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The Good Life He imagined the filth that must be down there and how just a few feet above was this beautiful and clean place. How the membrane between good and bad seemed razor thin in all things. by BRIAN MIHOK


iding a bicycle served as an in-between for Stuart. Pure exercise with just enough purpose. The biggest obstacle to a virtuously active lifestyle was Stuart’s lack of mechanical know-how. He knew there must always be drag in opposition to a desire. Some sort of test against its strength— for example, to want a sandwich is tested by the will to drive to the store if there is no bread. More appropriately, to pay for a tune up was the drag against having a bicycle in working order. A bike ride it seemed was the perfect patch to the flattening tire of his health. The man at the bicycle shop was young and fit. Stuart suspected he biked for an entirely different reason. For Stuart the rides served two purposes. First, to move as many of his muscles as he could without bringing on the spiritual ennui of workouts. Second, so that he could say, more to himself than to anyone else, that he exercised. That he was not sliding down the Great Hill at a gradually increasing speed with every night in, every extra plate of noodles, every long session of building up the courage to socialize. Most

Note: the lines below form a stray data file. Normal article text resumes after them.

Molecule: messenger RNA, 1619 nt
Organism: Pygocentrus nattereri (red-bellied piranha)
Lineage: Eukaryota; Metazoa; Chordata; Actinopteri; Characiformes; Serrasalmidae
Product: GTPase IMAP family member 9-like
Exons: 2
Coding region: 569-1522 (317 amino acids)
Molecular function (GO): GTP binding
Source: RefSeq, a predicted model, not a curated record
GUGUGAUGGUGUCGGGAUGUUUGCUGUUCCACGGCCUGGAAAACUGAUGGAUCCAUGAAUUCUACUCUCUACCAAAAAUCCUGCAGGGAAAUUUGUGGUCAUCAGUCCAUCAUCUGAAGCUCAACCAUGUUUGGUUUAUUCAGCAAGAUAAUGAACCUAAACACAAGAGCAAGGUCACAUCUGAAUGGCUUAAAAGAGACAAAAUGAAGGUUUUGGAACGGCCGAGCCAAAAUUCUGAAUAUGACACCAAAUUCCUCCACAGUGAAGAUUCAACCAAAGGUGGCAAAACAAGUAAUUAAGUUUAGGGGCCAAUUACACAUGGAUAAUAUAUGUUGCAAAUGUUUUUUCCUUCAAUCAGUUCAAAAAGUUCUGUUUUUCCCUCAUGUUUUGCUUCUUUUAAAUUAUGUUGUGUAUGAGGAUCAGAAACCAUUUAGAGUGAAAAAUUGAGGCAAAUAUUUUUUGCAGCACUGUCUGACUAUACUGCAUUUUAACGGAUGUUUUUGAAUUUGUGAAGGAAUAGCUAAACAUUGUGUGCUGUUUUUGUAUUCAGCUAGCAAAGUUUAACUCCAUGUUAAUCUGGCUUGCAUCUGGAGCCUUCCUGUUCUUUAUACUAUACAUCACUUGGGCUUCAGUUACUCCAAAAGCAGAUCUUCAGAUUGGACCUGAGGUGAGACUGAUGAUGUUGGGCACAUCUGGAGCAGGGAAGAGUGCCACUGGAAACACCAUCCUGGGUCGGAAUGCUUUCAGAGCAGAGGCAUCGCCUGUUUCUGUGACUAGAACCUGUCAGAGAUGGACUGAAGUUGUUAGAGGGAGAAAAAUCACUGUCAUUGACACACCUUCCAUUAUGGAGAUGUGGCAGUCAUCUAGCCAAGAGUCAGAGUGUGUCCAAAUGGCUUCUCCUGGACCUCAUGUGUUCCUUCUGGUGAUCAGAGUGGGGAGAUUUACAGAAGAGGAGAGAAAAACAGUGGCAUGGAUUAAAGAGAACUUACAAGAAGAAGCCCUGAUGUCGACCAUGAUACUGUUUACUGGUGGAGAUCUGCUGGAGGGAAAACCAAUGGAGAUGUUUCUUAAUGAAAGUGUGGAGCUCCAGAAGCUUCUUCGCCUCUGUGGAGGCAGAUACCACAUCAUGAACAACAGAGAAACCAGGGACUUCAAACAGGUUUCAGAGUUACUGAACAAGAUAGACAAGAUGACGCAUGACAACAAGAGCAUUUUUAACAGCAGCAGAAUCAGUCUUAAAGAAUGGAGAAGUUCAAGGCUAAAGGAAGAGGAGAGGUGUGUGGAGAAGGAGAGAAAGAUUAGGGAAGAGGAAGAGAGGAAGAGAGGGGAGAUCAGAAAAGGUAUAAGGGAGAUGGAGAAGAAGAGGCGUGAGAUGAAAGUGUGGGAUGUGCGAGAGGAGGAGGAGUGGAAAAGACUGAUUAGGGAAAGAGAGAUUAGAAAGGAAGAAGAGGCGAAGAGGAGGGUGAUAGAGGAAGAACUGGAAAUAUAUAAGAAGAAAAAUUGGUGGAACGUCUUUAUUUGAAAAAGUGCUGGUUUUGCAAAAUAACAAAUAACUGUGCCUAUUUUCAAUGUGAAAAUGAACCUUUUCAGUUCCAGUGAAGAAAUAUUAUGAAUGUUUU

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nights resulted in excessive comfort of his youngish muscles and joints, and this comfort seemed only to ease him further into a resting place that would end in an acute myocardial infarction in his sixties. A moment when his heart would give out and he might, in his lights-out moment, think of the long ago imaginary bicycle rides that could have thwarted the entire debacle of his life. Most thoughts like this occurred to him in his house, his place of rest, of summoning excess. So much rest that the very sight of it sometimes made him tired. Stuart was a full battery that had sat in a charger for too long. The man at the bicycle shop did not put Stuart’s bike through any mechanical triage. He said tune-ups were $60 and the bike would be ready in three days. Stuart—who had a secret hope that the man might take the bike and tune it up right then, sending Stuart on his way, healthy bicycle and future intact—took the ticket from the man and convinced himself instead that three days was reasonable. Stuart drove home the long way, which allowed him to stop for lunch at a place that served the best tacos in town.

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